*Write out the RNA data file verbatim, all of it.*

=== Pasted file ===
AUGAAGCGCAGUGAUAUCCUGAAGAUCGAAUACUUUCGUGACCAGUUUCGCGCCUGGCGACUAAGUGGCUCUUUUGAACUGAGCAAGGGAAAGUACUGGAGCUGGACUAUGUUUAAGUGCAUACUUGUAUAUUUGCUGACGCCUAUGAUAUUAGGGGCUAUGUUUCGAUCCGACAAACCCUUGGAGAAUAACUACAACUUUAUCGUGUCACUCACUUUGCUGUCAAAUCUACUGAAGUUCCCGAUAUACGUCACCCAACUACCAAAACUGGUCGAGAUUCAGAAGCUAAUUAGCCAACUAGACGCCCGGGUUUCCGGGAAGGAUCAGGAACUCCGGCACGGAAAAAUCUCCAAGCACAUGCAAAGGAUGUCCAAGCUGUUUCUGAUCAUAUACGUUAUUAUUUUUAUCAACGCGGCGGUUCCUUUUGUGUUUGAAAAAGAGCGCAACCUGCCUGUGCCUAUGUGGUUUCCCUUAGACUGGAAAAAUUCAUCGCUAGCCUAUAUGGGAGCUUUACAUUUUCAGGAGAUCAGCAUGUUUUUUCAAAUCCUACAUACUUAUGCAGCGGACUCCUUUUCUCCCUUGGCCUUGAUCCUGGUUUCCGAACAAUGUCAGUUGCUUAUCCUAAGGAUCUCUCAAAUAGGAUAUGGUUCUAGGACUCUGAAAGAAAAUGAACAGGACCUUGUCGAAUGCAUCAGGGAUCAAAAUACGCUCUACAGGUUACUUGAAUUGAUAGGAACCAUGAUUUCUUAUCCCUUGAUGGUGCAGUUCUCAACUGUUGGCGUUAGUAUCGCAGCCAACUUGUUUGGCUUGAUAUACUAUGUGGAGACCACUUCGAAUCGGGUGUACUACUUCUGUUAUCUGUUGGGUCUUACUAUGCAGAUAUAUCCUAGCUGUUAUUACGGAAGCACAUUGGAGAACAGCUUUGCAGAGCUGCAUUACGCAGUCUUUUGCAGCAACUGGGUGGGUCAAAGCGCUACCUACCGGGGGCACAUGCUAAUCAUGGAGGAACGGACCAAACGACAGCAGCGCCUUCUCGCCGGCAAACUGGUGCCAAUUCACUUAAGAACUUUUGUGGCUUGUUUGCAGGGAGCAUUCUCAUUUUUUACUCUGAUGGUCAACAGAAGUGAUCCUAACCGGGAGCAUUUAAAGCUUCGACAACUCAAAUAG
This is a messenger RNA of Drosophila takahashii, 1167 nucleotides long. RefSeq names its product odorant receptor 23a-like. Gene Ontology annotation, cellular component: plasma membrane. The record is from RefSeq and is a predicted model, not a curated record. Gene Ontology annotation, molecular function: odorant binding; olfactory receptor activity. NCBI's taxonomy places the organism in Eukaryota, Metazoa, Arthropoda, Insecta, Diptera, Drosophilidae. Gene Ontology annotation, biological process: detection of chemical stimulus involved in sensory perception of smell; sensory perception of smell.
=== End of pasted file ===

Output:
AUGAAGCGCAGUGAUAUCCUGAAGAUCGAAUACUUUCGUGACCAGUUUCGCGCCUGGCGACUAAGUGGCUCUUUUGAACUGAGCAAGGGAAAGUACUGGAGCUGGACUAUGUUUAAGUGCAUACUUGUAUAUUUGCUGACGCCUAUGAUAUUAGGGGCUAUGUUUCGAUCCGACAAACCCUUGGAGAAUAACUACAACUUUAUCGUGUCACUCACUUUGCUGUCAAAUCUACUGAAGUUCCCGAUAUACGUCACCCAACUACCAAAACUGGUCGAGAUUCAGAAGCUAAUUAGCCAACUAGACGCCCGGGUUUCCGGGAAGGAUCAGGAACUCCGGCACGGAAAAAUCUCCAAGCACAUGCAAAGGAUGUCCAAGCUGUUUCUGAUCAUAUACGUUAUUAUUUUUAUCAACGCGGCGGUUCCUUUUGUGUUUGAAAAAGAGCGCAACCUGCCUGUGCCUAUGUGGUUUCCCUUAGACUGGAAAAAUUCAUCGCUAGCCUAUAUGGGAGCUUUACAUUUUCAGGAGAUCAGCAUGUUUUUUCAAAUCCUACAUACUUAUGCAGCGGACUCCUUUUCUCCCUUGGCCUUGAUCCUGGUUUCCGAACAAUGUCAGUUGCUUAUCCUAAGGAUCUCUCAAAUAGGAUAUGGUUCUAGGACUCUGAAAGAAAAUGAACAGGACCUUGUCGAAUGCAUCAGGGAUCAAAAUACGCUCUACAGGUUACUUGAAUUGAUAGGAACCAUGAUUUCUUAUCCCUUGAUGGUGCAGUUCUCAACUGUUGGCGUUAGUAUCGCAGCCAACUUGUUUGGCUUGAUAUACUAUGUGGAGACCACUUCGAAUCGGGUGUACUACUUCUGUUAUCUGUUGGGUCUUACUAUGCAGAUAUAUCCUAGCUGUUAUUACGGAAGCACAUUGGAGAACAGCUUUGCAGAGCUGCAUUACGCAGUCUUUUGCAGCAACUGGGUGGGUCAAAGCGCUACCUACCGGGGGCACAUGCUAAUCAUGGAGGAACGGACCAAACGACAGCAGCGCCUUCUCGCCGGCAAACUGGUGCCAAUUCACUUAAGAACUUUUGUGGCUUGUUUGCAGGGAGCAUUCUCAUUUUUUACUCUGAUGGUCAACAGAAGUGAUCCUAACCGGGAGCAUUUAAAGCUUCGACAACUCAAAUAG
This is a messenger RNA of Drosophila takahashii, 1167 nucleotides long. RefSeq names its product odorant receptor 23a-like. Gene Ontology annotation, cellular component: plasma membrane. The record is from RefSeq and is a predicted model, not a curated record. Gene Ontology annotation, molecular function: odorant binding; olfactory receptor activity. NCBI's taxonomy places the organism in Eukaryota, Metazoa, Arthropoda, Insecta, Diptera, Drosophilidae. Gene Ontology annotation, biological process: detection of chemical stimulus involved in sensory perception of smell; sensory perception of smell.